I always thought that movie reminded me of working in wine shop. I like it when the guy comes in looking for some record and they wont sell it to him, deemed him un-worthy of having it…shit, I’ve done that with rare bottles of wine. “Oh you want Comte Lafon Meursault? Sorry all out” when I have like 3 bottles but are saving them for someone that I KNOW gets it.
Beautiful post, and it’s always interesting to see how people organize their books, DVDs, CDs, or whatever else. (I tend to group my DVDs by genre, then by director. Am I crazy?) Typically there’s some sort of logic involved, but it’s more fun trying to figure it out than simply asking.
A local wine shop is arranged not by region or grape, but by body. It’s one big room with a register island in the center. You start on the left with Pinot Grigio and it wraps all around the shop until you hit Nero d’Avola on the right. It’s a lot of fun for browsing, as you’re more likely to encounter something new and interesting but in a category that you may typically ignore.
Being the serial mover that I am (10 times in the last 10 years), my mental wine rolodex is organized by where I lived when I bought a particular bottle. I’m not a collector of things generally, and I have very few momentos in the form of photographs and such from the places I’ve lived. But, every time I pull the cork on something from my cellar I’m immediately transported back to a town that I called home for a little while. I never really thought about this fact before I read your post, but for me a bottle of wine begins with a built in set of memories and ends with a few new ones. Thanks for enlightening me about my own personal quirks!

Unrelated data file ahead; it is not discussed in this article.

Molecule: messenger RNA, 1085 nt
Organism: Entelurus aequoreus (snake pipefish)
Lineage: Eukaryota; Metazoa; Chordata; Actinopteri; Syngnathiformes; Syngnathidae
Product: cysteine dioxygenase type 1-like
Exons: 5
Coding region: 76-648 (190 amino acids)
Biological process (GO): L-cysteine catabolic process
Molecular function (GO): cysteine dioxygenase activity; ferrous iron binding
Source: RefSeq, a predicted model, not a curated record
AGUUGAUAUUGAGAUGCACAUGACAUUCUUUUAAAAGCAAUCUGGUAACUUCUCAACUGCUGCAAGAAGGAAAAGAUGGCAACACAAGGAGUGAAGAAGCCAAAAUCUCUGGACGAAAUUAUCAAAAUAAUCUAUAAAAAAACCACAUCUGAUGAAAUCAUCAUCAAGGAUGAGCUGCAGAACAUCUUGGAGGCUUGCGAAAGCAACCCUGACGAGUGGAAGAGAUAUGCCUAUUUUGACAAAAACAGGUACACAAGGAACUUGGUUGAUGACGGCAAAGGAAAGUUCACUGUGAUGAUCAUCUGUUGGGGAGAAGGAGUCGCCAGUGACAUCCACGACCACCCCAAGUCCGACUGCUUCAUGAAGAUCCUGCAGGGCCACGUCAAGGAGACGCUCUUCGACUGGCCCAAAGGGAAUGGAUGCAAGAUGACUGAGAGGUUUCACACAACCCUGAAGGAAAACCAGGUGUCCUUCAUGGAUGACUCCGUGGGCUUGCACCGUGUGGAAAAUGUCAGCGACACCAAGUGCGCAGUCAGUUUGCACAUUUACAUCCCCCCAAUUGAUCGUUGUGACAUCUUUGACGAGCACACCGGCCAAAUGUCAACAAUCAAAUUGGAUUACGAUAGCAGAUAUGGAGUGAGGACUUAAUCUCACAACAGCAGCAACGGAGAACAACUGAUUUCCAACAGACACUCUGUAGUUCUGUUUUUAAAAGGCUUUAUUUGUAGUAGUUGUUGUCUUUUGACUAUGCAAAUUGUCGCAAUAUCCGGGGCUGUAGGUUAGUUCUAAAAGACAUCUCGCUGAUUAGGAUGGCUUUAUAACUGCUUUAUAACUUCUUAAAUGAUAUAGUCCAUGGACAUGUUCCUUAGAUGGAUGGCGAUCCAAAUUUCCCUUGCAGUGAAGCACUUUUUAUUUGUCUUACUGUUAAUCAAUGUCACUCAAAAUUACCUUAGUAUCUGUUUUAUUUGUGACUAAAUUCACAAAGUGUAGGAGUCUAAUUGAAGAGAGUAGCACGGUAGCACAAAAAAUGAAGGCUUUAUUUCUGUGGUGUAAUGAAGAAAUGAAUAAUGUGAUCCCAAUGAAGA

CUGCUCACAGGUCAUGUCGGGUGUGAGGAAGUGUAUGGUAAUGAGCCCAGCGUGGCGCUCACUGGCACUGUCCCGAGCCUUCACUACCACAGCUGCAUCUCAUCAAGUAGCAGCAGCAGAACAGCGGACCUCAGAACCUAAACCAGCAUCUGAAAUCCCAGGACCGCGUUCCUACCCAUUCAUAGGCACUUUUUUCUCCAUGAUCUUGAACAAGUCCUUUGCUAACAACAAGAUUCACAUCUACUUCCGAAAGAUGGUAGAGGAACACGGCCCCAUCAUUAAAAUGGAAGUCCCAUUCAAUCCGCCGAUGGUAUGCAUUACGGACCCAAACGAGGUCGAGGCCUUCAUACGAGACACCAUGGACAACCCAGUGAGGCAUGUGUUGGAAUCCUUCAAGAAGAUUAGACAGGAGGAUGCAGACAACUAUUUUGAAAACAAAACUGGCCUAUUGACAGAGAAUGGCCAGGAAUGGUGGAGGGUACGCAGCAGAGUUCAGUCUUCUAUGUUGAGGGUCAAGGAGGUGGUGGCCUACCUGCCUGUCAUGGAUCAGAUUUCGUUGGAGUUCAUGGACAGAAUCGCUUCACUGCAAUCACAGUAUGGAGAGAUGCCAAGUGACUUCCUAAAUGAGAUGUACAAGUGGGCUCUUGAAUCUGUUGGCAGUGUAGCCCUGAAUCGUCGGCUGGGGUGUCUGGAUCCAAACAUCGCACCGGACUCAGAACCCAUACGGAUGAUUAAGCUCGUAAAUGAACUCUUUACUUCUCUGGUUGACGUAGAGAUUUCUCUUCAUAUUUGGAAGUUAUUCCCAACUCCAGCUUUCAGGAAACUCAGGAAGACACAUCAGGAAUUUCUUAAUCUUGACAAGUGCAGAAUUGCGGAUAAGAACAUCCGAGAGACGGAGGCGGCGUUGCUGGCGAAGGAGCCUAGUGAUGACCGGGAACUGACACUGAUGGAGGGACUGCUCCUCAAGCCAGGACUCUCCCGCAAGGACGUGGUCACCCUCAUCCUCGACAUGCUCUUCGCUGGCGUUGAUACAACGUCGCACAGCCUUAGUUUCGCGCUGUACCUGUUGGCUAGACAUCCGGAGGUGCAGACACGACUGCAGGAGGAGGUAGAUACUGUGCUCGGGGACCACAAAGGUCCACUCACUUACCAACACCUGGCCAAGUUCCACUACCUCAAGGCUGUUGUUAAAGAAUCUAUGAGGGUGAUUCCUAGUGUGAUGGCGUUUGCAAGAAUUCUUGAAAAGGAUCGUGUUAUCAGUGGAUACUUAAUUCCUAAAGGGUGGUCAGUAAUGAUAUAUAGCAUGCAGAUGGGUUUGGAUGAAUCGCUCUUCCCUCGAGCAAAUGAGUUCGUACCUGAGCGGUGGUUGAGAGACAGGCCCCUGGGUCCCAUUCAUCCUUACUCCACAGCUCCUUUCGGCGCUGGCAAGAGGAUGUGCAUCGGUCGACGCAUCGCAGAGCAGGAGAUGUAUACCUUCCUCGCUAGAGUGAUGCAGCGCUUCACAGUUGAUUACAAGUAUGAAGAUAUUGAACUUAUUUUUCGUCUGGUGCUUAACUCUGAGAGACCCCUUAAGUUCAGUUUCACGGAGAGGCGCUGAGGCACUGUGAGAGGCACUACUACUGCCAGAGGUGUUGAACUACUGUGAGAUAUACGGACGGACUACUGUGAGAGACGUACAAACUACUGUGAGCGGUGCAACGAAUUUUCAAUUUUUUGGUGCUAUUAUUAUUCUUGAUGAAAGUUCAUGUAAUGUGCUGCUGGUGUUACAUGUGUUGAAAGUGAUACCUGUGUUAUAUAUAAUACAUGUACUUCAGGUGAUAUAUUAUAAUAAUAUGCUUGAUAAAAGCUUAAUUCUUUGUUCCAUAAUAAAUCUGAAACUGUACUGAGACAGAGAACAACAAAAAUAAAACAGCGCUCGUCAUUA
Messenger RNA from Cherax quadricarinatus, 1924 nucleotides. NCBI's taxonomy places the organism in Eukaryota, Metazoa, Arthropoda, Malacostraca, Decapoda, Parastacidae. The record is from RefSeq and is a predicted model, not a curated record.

Great topic. I agree with Samantha that the film reminds me of working in a wine shop. Ha. I also agree that I’m a serial mover like Ms. Drinkwell, and not extremely organized to boot. I do at the moment have one special bottle that was intended for something special…something specific. That hasn’t happened yet. It’s sort of like my heart on my sleeve, that bottle.
More than a theory, this is one of wine’s deepest truths. And far more interesting than notions of Terroir.
Knowing this, why do so many people — wine writers of every stripe — focus their energy on tasting notes when the best stories are filled with “gobs of love” and “hints of regret”?
The dialogue you posted are really nice. I can estimate the movie as I haven’t seen this movie but thinking to watch.
Been there. Done that. Good insight Tom.
This depends on your collection. It’s fine if you have 100 bottles of wine or 300 books to have so little respect for the collection itself, and so much more emphasis on your life relates to it. But to a real collector this idea is just absurd. One does not wake up one day and say I’m going to reorganise my 15,000 records autobiographically based on past relationships. No one involved in that movie had a substantial record collection, I can tell you that much. Part of that aquired musical knowledge has to go into your filing system. New aquisitions have to be filed in. It’s work. It takes hours of “gardening” just to get it right alphabetically. This scene is actually offensive to me as a music collector. Better to have a harem and organise the women in the harem by your favorite artist- makes just as much sense.